Happy Soccer Moms Day!
May 10, 2009
U.S. midfielder Megan Rapinoe
A purple vest, Mom?
“Whenever I played bad, she always used to ask me if I was sick. ‘No, Mom, I just played bad.’ She would always ask crazy questions because she wanted to understand what was going on, but didn’t quite get it. She’s better now. My dad was my coach when we were younger and one time he kicked a ball into her head. She was ok; she’s tough. When I was in college at Portland, she showed up at one game wearing purple corduroy pants, a purple long sleeve shirt and a purple vest. She thought nothing of it. I was like, ‘Mother, what are you wearing!’ She’s a super fan.”
“My parents sacrificed a lot. They used all their free time to take us (Megan has a twin sister Rachel who also played at UP) everywhere. I am sure they didn’t want to drive two and half hours every weekend, but they did. Thank you mom, I love you!”
U.S. midfielder Lindsay Tarpley
A card a day keeps homesickness away!
“When I was younger, around 13 years old, I started traveling with the youth regional teams. While I was at national team camp, my mom would give me a card for every day I was gone. That was really cute. It was my first time traveling and it was a whole new thing, so it helped me get used to the experience. She would also drive me from Kalamazoo to Detroit, two hours each way. She never just sat and watched training. If she stayed, she would always have a book. Sometimes she would go shopping. She always kept herself busy.”
“I wouldn’t be where I am today without the never-ending support of my mom and my whole family. Happy Mother’s Day, Mom!”
U.S. defender Rachel Buehler
“One funny memory is that we were playing in our back yard, she said, ‘I’ll play goalie for you guys.’ It was all the neighborhood boys and me. The goal mouth was these brick stairs that led up to the driveway. I rocket the ball at her, she caught it and fell back onto the stairs and broke her tailbone! Poor Mom! Occasionally, for Surf Cup or the State Cup finals, both teams would do the international walk-out and lineup. Every time we walked out, she would do cheerleader kicks and bounce up and down and cheer for us, and make our team crack up! After a while, all the players wanted her to do it. It became sort of our good luck charm.”
“She’s my role model. She’s helped me became the person I am today. She’s taught me so much. She was there for every soccer game, drove me everywhere, never pushed me in a bad way. She was my girl scout leader, our classroom mom, and always planning our school parties. She was there for everything and always loving me. I appreciate everything she’s done. She is ultimate soccer mom.”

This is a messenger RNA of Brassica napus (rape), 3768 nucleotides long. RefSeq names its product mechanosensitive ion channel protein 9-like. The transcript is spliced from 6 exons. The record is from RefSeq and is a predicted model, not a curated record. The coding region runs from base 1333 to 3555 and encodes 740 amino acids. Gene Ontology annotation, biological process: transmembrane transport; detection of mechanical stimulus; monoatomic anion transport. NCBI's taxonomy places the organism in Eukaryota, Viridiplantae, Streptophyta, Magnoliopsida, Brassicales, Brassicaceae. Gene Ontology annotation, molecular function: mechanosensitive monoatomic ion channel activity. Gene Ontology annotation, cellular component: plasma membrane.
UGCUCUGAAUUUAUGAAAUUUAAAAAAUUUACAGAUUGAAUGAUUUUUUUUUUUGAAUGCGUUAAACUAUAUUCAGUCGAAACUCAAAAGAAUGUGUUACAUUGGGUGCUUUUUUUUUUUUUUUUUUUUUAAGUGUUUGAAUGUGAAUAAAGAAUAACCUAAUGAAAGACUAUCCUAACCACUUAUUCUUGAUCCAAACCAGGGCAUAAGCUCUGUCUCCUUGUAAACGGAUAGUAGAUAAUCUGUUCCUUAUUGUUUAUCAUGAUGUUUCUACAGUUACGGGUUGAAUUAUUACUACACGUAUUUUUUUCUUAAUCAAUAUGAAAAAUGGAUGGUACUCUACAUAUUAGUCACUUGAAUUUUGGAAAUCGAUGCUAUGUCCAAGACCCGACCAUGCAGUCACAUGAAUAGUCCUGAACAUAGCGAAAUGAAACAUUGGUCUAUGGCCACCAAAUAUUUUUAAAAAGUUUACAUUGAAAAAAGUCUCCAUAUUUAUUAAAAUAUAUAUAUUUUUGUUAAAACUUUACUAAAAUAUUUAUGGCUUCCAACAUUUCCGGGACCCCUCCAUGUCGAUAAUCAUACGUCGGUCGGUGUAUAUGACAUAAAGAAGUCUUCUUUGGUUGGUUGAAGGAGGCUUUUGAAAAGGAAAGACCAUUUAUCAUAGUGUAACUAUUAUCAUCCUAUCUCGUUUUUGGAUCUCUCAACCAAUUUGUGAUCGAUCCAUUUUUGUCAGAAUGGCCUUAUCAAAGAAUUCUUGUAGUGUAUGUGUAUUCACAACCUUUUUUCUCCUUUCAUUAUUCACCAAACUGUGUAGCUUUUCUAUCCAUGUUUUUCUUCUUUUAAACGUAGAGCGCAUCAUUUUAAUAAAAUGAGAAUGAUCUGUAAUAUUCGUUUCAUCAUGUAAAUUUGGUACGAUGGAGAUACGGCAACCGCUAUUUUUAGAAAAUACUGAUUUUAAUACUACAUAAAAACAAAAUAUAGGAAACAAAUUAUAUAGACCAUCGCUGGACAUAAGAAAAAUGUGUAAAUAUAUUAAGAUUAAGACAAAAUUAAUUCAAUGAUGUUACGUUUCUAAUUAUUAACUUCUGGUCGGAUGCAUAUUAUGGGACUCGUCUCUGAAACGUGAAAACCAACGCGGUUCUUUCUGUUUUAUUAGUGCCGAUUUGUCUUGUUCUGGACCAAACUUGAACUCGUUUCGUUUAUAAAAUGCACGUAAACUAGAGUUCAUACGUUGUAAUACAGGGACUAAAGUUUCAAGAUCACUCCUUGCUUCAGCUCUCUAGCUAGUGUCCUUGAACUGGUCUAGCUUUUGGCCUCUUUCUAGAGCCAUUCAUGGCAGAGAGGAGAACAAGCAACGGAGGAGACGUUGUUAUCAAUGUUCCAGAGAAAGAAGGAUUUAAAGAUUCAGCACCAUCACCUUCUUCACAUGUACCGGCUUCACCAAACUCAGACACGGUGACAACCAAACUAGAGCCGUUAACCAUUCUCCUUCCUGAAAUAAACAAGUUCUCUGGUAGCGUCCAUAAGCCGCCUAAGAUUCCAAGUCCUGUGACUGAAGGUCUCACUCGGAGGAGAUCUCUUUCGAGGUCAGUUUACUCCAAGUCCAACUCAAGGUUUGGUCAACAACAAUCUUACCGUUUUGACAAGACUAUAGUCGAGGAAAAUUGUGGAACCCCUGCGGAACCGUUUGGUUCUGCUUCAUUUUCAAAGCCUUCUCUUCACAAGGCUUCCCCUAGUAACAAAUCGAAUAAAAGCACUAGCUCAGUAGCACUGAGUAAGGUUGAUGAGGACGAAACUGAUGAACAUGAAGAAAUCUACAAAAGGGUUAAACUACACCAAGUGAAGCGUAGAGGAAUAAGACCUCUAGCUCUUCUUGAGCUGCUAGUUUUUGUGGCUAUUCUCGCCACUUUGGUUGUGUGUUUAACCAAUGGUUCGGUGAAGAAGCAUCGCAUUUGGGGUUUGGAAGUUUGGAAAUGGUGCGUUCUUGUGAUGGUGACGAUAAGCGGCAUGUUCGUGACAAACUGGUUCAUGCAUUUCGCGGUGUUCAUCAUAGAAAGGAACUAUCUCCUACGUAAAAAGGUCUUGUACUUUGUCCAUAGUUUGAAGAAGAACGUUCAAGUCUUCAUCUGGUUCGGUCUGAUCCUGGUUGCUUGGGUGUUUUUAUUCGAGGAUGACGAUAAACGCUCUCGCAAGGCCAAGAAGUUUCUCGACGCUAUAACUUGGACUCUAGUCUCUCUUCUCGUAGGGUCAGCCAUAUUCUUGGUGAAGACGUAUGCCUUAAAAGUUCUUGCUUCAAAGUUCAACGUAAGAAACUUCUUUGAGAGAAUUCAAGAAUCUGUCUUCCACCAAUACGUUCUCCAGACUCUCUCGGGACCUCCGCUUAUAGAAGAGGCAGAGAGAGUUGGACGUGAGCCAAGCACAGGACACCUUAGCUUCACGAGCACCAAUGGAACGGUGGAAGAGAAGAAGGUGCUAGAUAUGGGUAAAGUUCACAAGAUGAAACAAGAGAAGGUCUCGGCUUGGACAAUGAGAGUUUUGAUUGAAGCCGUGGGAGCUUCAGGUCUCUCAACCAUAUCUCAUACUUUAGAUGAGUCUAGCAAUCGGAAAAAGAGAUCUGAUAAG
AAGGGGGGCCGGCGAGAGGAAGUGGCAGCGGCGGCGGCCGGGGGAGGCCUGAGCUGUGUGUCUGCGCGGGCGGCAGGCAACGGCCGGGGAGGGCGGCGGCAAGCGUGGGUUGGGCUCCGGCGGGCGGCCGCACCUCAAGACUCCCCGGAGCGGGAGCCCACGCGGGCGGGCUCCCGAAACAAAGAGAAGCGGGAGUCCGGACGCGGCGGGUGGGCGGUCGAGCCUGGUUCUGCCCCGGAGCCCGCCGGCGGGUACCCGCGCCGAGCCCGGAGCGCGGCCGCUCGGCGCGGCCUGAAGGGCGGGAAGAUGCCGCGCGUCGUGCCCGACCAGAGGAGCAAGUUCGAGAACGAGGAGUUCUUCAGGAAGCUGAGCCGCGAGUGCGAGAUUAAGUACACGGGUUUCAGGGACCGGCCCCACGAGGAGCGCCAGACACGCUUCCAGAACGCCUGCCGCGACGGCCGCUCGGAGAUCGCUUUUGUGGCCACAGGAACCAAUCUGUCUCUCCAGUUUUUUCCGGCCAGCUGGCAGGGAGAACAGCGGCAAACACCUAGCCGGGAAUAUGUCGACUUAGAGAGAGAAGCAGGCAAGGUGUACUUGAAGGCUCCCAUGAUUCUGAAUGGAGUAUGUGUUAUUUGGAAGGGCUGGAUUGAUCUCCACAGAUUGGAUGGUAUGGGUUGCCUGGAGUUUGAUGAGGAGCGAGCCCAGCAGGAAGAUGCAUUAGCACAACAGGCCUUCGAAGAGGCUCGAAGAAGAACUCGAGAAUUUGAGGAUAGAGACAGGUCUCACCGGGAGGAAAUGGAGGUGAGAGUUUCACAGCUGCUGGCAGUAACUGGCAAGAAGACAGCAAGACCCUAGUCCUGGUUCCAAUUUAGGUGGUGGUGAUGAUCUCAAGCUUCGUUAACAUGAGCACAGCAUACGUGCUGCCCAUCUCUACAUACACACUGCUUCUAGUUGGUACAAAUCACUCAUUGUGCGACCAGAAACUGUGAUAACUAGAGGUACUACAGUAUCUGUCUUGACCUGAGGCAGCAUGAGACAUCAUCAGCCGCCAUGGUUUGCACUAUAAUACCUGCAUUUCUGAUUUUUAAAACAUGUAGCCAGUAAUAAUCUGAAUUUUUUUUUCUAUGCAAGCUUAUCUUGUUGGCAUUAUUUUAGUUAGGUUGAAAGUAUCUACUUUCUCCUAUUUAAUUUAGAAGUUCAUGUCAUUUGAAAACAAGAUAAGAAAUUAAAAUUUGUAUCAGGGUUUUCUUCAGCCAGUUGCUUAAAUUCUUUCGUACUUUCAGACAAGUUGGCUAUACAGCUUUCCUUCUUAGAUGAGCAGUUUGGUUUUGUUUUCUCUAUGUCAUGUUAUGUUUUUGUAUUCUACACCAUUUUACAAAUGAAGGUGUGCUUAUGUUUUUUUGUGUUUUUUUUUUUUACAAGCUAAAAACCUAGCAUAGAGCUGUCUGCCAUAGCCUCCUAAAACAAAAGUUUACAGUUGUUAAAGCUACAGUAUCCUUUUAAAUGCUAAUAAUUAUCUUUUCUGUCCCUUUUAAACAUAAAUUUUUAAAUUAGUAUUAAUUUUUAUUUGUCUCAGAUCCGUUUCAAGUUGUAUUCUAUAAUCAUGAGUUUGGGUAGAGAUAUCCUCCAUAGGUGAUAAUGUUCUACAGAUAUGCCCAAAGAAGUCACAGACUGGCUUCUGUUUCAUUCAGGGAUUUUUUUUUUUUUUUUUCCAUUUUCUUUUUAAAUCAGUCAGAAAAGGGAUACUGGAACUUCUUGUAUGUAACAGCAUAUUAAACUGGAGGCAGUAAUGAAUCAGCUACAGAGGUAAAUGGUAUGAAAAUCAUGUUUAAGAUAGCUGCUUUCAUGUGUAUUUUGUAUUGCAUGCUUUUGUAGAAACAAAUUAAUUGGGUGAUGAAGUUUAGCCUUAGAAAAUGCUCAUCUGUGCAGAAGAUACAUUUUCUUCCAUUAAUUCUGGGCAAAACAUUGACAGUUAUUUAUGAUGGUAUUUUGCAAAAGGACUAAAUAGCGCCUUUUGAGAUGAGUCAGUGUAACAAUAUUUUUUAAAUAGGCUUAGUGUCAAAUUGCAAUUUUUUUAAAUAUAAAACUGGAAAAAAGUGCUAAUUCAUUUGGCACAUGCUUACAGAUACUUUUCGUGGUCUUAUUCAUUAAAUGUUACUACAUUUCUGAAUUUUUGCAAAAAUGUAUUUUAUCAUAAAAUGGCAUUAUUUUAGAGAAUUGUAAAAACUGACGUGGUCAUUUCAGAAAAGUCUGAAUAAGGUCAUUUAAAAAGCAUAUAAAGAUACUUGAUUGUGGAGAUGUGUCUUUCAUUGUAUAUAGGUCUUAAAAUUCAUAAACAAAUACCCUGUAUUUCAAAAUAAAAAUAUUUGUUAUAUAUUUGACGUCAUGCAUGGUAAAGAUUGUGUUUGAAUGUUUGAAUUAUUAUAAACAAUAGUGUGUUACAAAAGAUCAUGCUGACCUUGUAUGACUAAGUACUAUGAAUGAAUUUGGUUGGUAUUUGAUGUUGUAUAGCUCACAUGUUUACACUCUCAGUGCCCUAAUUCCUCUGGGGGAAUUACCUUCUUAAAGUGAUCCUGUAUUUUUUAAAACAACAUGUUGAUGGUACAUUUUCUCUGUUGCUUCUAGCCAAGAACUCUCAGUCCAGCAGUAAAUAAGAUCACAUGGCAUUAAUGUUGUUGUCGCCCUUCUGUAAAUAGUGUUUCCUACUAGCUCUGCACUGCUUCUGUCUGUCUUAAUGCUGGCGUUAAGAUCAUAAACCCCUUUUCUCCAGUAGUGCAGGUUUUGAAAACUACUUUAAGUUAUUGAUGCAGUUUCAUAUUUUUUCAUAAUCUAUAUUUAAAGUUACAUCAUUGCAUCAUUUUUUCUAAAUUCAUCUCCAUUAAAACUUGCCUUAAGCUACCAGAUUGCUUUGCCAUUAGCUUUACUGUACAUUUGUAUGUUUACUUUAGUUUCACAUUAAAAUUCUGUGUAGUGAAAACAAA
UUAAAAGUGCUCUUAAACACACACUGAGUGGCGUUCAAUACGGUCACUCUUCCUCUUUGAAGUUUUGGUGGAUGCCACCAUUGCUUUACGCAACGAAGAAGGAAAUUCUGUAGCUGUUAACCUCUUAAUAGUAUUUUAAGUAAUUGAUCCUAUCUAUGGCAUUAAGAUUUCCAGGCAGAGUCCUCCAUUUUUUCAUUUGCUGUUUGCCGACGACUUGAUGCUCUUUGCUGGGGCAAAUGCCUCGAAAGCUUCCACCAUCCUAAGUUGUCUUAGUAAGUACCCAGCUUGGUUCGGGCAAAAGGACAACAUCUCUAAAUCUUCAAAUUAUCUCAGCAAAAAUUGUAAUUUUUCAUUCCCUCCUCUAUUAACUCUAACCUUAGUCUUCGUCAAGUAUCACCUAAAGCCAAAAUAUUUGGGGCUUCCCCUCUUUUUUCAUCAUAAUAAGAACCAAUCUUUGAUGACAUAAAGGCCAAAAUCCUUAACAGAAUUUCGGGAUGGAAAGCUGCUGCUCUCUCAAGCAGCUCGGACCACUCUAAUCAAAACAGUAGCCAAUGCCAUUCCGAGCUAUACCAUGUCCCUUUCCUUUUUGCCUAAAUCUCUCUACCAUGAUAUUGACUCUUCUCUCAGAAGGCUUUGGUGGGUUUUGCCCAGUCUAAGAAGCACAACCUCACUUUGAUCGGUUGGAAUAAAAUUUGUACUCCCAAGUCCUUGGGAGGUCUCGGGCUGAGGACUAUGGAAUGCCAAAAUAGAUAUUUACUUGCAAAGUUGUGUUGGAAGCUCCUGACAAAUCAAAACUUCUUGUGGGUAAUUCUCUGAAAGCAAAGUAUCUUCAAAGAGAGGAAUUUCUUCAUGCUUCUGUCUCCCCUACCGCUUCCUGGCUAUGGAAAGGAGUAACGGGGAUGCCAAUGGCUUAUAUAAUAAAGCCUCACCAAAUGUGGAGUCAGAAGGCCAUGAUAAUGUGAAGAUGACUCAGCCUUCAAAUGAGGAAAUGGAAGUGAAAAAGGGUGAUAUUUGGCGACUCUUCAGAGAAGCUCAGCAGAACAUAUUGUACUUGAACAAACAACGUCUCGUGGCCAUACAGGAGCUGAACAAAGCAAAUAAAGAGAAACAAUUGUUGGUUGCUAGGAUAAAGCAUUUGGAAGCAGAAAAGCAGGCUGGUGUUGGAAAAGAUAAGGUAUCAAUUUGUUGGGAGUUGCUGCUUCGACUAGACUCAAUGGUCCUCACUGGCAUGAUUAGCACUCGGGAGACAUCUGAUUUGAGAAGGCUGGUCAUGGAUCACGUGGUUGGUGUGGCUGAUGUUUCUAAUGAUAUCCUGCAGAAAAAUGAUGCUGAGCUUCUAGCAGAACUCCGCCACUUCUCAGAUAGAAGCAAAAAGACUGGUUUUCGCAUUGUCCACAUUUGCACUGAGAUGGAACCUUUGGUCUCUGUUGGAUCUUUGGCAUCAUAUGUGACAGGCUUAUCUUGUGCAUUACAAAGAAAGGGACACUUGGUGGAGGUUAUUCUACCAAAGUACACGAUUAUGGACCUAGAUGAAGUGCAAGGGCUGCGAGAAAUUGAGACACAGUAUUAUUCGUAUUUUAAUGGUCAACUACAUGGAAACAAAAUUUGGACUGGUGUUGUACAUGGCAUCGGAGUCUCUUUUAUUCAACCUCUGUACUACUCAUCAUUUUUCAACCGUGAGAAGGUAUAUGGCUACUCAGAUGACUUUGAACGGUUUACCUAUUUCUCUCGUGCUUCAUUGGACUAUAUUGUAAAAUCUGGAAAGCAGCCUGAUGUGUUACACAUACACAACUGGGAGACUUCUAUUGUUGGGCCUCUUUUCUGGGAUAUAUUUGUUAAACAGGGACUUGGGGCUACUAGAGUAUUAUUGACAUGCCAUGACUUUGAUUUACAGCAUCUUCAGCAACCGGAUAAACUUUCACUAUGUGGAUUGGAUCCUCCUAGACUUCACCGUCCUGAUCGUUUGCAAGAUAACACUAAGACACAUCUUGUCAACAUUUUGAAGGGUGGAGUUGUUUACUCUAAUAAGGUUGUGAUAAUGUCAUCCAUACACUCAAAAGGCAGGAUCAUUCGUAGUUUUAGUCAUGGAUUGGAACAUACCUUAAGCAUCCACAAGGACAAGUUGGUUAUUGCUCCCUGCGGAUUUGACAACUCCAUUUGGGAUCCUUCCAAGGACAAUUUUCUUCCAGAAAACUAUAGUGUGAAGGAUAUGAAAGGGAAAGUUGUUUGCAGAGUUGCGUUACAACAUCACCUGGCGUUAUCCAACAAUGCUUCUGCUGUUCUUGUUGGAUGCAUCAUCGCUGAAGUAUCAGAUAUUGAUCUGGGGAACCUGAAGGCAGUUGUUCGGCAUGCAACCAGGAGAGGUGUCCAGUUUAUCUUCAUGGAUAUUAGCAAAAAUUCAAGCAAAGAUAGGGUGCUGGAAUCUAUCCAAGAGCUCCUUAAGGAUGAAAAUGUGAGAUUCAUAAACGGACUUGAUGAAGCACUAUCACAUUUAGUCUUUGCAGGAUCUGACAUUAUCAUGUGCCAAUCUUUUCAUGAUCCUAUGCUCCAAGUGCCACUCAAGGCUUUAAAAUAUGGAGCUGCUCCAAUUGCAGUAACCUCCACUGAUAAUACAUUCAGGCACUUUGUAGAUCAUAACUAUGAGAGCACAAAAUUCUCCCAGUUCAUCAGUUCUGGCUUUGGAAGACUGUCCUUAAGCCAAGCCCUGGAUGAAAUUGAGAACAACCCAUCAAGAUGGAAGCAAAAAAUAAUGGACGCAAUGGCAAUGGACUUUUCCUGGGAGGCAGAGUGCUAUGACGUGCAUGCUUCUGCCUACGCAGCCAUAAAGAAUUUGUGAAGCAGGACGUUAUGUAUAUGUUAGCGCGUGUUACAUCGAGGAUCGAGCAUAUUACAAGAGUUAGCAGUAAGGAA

U.S. defender Lori Chalupny
Race Car Mom!
“I remember one time I left my cleats at home and I was playing an hour away. I got to the game and opened up my bag to get my cleats out for warm-ups and I didn’t have my cleats! My mom got in the car and raced back home. I don’t know how fast she was driving, but somehow she got home and back to the field in 45 minutes. I only missed five minutes of the game.”
“Both my parents played a huge part helping me get where I am today, but what I really appreciated about my mom was that she always had such unconditional support. I don’t think I’ve ever played a bad game in her mind. She’d bring out her lawn chair and she enjoyed watching me play whether we won or lost, she was just happy to be out there watching me.”
U.S. midfielder Heather O’Reilly
What’s that flag for!
“My mom has always been a huge fan of whatever team I was playing for, whether it was PDA, UNC or the national team. She also has been known to go a bit overboard, like wearing stick-on tattoos on her face! What’s amazing is that after watching all these games, she just figured out the offsides rule about two years ago. Of course, what’s more a sign of love for your daughter than thinking she is never offsides?”
“My mom and dad have always enjoyed going to my games and hanging out with the other parents. I swear my mom is better friends with some of the parents than I am with their daughters, and I am talking about some of my best friends. But I always love when my parents can get to one of my games and I am sure they are loving me playing for the Sky Blue in New Jersey. So Happy Mother’s Day mom!”
U.S. forward Amy Rodriguez
Run, Amy, Run!
“Back in the old days at my club games, whenever I would look over to the sidelines my mom would always do this thing with her hands where she was rolling them around in circles trying to get me to run faster. I remember having her as a cheerleader over there and I would look over and be like, ‘I’m trying to focus on the game. Mom!’ But maybe I did run faster?”
“My mom has always played the supportive role for me. Even though sometimes she can get on my nerves, I love her to death! She’s the reason I am where I am today.”
U.S. midfielder Angela Hucles
Note: Angela’s mother is a psychology professor at Old Dominion
Mom says: See the ball, be the ball!
“When I was younger, my parents were never ones to just console me and tell me I had a good game even if I didn’t. We would go on our trips in ‘Large Marge,’ our conversation van, and after the games we would all pile into the van and after a few minutes, my mom would ask me to analyze the game and tell her how I felt I did. She would basically force me to do some self-analysis. It was very psychological. Before the game she wanted me to mentally visualize my performance, and this was before sports psych and visualization were all the rage. So one time I finally blew up at her because I was sick of analyzing myself! Now, years later, we have our sports psych people asking us to do the same things, and she’s like, ‘See! I had you prepared and doing the same things!’”
“She’s supported me throughout my whole career. She has allowed me the freedom to evaluate and learn things myself, but has also given me that extra push when I needed it. She had the perfect balance.”